As usual, we’ll start with Todd Carmichael who has had a tough day on the trail the past two days. The softer snow has made it difficult for him to continue at the blistering pace that he’d set over the past few weeks, and though he is still making good time, it’s requiring more effort. Todd knocked off 17nm and 15.2nm over the course of yesterday and today, but says that his sled feels like it weighs more now than it did when he set out, despite the fact that he has far fewer supplies on it than he did 35 days ago. Never the less, the American has set a goal of reaching the Pole on December 20th (this Saturday), and to do so, he’ll have to cover an average of more than 19 nautical miles each of the next few days. His home team also reports that it’s “all or nothing” at this point, as his supplies are dwindling quickly, and injury, adverse weather, or damaged equipment could put his “unsupported” status in jeopardy. It should be fun to watch how this unfolds over the next few days. Good luck Todd!
The Shackleton Centenary Team may be off the Ross Ice Shelf, but that doesn’t mean they’re off the ice. Their latest dispatch has them hitting an ice field, and has left them looking like “Bambi on ice skates” while they struggled to make time. Tomorrow they’ll don the crampons to aid in their progression however, as they are now squarely onto the Beardmore Glacier and trudging through the Trans-Antarctic Mountains.
Mark Langridge continues his journey to the Pole, and is now 36 days out from Patriot Hills. He has reached another milestone, passing the 87th parallel, while continuing to climb uphill, battling sastrugi all the way. He is reportedly in great spirits however, and having a great time. The home team reports that he stops each day to take photographs along his journey, which gives me the impression that he’s out for a leisurely stroll.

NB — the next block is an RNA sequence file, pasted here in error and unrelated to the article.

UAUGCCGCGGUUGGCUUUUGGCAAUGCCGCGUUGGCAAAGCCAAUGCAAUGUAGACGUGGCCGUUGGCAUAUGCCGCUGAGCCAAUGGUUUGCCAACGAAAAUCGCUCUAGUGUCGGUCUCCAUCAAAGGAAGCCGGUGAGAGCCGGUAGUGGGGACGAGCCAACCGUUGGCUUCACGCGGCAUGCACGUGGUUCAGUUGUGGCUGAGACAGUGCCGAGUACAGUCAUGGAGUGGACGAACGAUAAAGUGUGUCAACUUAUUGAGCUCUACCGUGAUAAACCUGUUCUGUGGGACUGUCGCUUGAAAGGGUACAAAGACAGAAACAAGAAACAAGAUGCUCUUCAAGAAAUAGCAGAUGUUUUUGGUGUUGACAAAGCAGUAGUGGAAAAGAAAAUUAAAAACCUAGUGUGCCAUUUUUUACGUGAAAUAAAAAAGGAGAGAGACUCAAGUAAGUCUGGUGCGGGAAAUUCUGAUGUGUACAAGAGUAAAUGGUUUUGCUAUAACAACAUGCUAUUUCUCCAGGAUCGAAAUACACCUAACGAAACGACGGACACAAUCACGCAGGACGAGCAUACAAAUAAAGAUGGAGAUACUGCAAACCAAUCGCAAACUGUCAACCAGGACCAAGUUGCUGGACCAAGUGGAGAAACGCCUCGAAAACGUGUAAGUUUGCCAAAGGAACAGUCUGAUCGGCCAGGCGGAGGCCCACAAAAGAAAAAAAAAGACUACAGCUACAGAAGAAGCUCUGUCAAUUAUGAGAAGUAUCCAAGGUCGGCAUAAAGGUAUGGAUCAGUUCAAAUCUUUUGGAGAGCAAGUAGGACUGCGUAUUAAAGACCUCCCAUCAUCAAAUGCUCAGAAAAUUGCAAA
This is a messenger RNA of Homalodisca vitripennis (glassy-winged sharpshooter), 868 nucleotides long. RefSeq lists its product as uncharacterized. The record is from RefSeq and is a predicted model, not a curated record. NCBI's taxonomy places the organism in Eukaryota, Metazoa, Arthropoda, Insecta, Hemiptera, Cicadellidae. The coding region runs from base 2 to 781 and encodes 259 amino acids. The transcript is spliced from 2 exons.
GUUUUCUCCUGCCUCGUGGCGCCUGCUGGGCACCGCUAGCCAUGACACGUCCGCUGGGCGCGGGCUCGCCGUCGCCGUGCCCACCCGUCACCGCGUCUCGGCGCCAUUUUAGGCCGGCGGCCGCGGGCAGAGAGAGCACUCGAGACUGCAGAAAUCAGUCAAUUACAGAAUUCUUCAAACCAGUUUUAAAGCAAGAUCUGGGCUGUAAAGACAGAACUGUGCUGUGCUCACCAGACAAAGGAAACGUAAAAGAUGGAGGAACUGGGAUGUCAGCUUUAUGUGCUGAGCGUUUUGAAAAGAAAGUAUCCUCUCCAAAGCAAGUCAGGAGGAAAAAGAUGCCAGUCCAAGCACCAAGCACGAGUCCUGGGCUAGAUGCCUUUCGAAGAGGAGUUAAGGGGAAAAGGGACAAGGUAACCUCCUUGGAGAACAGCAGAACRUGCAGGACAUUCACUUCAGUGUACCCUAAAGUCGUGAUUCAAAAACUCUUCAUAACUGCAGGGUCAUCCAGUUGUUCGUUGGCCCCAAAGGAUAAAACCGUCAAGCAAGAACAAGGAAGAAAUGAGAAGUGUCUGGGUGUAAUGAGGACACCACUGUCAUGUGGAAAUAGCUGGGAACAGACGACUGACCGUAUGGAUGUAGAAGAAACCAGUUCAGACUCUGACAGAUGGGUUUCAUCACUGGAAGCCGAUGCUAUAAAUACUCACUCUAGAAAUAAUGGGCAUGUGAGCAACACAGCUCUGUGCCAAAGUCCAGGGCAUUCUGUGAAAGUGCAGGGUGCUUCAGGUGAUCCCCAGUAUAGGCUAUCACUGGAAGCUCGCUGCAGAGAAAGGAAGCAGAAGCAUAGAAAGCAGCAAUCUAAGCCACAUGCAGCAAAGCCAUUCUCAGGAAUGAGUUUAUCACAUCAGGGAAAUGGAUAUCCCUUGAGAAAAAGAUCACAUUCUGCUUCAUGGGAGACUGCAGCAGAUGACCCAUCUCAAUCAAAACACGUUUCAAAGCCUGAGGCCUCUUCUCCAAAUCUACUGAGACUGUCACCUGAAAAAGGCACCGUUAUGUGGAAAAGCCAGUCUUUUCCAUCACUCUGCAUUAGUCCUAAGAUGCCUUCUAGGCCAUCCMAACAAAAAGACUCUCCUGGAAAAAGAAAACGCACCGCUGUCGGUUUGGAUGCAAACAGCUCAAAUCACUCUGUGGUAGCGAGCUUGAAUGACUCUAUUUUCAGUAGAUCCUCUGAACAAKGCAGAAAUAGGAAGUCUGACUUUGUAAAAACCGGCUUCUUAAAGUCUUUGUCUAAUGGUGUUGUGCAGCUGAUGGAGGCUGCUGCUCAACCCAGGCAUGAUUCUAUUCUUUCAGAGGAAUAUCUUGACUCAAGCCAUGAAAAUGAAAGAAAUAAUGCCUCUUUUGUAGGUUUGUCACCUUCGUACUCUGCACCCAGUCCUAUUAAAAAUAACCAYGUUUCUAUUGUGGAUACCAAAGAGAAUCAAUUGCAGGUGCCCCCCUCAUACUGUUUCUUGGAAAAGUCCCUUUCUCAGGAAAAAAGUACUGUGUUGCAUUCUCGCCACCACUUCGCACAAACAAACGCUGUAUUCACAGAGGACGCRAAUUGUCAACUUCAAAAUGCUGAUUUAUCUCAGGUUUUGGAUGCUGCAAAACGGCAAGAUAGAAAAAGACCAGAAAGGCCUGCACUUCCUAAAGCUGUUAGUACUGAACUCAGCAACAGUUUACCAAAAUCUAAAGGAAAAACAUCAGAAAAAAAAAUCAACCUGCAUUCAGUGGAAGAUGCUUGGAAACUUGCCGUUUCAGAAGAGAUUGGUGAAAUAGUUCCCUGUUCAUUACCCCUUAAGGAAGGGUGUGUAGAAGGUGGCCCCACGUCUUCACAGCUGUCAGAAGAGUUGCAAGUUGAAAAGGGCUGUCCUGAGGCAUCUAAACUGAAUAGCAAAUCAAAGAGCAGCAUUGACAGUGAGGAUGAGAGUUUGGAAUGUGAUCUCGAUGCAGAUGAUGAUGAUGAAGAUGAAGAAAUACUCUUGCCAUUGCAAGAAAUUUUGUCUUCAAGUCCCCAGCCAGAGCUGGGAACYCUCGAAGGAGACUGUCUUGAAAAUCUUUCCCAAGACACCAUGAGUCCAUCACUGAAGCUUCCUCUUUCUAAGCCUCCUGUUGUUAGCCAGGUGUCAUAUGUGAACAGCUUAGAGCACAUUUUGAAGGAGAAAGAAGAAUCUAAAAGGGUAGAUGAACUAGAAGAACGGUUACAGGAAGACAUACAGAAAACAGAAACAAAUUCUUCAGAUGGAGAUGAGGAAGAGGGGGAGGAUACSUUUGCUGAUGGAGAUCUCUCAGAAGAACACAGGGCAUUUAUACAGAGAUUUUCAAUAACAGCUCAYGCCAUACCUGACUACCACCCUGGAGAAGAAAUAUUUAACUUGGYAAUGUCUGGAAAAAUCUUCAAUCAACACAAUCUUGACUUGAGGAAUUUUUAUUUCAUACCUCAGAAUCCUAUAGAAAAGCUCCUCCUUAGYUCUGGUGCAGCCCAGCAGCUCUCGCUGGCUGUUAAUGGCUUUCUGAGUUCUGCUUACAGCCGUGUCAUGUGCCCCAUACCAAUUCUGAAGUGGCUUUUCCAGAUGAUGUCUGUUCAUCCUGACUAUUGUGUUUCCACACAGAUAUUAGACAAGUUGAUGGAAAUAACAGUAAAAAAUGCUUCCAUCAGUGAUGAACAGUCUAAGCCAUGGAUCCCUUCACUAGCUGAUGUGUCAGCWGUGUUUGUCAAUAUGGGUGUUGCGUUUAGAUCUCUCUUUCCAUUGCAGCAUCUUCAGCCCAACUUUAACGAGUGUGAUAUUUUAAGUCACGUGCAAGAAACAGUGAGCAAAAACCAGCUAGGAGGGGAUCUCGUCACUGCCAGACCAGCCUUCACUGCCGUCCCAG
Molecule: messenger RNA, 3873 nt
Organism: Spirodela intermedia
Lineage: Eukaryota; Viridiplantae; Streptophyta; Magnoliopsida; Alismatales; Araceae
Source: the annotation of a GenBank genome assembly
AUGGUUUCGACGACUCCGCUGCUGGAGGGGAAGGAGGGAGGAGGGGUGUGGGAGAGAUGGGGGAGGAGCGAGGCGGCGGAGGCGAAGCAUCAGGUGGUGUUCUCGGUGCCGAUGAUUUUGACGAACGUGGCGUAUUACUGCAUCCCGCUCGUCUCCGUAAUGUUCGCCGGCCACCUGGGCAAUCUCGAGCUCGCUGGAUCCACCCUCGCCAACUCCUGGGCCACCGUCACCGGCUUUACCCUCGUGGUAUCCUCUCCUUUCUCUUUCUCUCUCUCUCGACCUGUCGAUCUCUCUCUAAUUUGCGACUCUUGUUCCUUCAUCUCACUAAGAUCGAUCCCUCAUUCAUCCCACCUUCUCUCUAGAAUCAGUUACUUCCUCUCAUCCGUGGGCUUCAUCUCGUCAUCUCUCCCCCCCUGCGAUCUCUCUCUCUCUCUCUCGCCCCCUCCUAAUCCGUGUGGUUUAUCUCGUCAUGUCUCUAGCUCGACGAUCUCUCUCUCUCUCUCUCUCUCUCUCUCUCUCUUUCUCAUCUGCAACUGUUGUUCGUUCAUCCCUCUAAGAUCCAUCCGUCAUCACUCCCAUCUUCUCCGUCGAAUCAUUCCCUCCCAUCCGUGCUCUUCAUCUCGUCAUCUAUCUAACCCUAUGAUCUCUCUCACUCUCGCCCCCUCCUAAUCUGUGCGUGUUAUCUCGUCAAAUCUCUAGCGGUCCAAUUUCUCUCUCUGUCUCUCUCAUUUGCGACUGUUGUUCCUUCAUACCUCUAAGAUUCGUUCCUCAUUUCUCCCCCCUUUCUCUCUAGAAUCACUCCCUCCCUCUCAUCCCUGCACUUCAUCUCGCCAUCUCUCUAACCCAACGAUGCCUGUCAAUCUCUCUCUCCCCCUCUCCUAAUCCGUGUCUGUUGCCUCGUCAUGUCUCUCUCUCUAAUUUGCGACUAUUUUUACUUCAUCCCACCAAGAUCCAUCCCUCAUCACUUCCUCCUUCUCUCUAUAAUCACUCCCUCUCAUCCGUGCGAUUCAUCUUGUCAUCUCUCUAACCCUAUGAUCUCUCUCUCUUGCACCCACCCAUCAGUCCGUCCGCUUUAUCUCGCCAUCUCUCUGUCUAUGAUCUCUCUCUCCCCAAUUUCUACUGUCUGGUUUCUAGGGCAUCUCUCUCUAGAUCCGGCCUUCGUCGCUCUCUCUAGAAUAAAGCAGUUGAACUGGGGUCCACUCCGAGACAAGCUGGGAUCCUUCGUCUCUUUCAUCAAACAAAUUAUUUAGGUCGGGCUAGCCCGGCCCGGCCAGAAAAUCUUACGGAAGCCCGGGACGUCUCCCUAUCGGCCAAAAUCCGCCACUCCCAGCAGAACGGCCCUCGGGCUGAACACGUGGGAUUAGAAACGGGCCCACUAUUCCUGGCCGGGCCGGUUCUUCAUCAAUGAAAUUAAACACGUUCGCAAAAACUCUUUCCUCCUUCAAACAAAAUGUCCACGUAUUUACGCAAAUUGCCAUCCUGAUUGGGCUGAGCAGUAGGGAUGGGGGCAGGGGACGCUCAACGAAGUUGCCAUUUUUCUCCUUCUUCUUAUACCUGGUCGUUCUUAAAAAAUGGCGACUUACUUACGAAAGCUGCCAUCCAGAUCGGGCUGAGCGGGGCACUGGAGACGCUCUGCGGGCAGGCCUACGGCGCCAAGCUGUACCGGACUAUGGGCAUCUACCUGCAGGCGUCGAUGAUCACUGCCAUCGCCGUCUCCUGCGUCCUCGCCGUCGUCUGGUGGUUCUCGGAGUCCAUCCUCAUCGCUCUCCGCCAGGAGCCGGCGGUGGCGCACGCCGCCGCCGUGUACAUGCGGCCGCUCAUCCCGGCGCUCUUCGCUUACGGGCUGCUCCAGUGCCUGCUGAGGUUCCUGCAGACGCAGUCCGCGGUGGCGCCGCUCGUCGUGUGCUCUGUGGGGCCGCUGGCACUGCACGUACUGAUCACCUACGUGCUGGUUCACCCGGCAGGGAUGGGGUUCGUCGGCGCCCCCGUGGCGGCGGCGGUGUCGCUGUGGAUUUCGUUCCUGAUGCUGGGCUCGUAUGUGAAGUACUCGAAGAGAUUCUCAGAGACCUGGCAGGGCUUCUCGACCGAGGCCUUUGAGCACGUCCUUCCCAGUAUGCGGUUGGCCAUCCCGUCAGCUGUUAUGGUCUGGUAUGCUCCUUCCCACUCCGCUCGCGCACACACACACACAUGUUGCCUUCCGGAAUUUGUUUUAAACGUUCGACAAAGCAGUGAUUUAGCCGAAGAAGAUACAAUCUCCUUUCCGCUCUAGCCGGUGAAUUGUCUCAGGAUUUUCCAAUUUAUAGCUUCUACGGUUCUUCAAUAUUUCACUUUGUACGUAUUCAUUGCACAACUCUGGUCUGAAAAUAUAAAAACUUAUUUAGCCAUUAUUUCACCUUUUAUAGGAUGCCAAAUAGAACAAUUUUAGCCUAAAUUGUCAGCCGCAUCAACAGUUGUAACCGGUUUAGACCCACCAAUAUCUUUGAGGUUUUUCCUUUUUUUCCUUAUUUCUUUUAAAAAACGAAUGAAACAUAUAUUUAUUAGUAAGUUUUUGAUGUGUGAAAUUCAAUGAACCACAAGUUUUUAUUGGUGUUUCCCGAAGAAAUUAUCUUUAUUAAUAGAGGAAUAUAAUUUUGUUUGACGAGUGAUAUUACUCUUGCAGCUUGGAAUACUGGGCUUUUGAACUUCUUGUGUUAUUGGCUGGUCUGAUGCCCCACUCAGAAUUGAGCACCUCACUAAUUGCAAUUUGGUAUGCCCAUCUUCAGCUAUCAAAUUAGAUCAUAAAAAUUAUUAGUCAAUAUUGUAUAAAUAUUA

The South Pole Quest Team began the day in whiteout conditions which made for tough navigation and slowed progress in general. Eventually, however, the sky cleared, and visibility increased, allowing them to make better time. When it was all said and done, the team finished the day with it’s best mileage ever, and wound up 19.2nm closer to the Pole. Todays question from a high school student is a good one: “If you run into trouble, how many days of food do you have until you run out?” Listen to their audio answer here.
Mike Horn also reports whiteout conditions have hampered his progress the past two days, and with navigation all but impossible, he decided to just continue heading due south. That philosophy worked great for him until he ran smack into a crevasse field. They turned out to not be especially large, but it was alarming none the less, because Mike stumbled into them without even knowing they were there. The veteran of polar exploration has a reunion planned for the South Pole, as he now hopes to reach that spot at the same time as his old companion Borge Ousland, who he went to the North Pole with awhile back. Borge is on a last degree expedition to the South Pole.
A few other quick updates today. The Fins send holiday greetings back home, and the South Pole 2008 Team reports that they have now passed the 86th degree after four weeks on the ice, meanwhile Tom Davenport posts about what brought him to Antarctica and his complete pleasure at being there.
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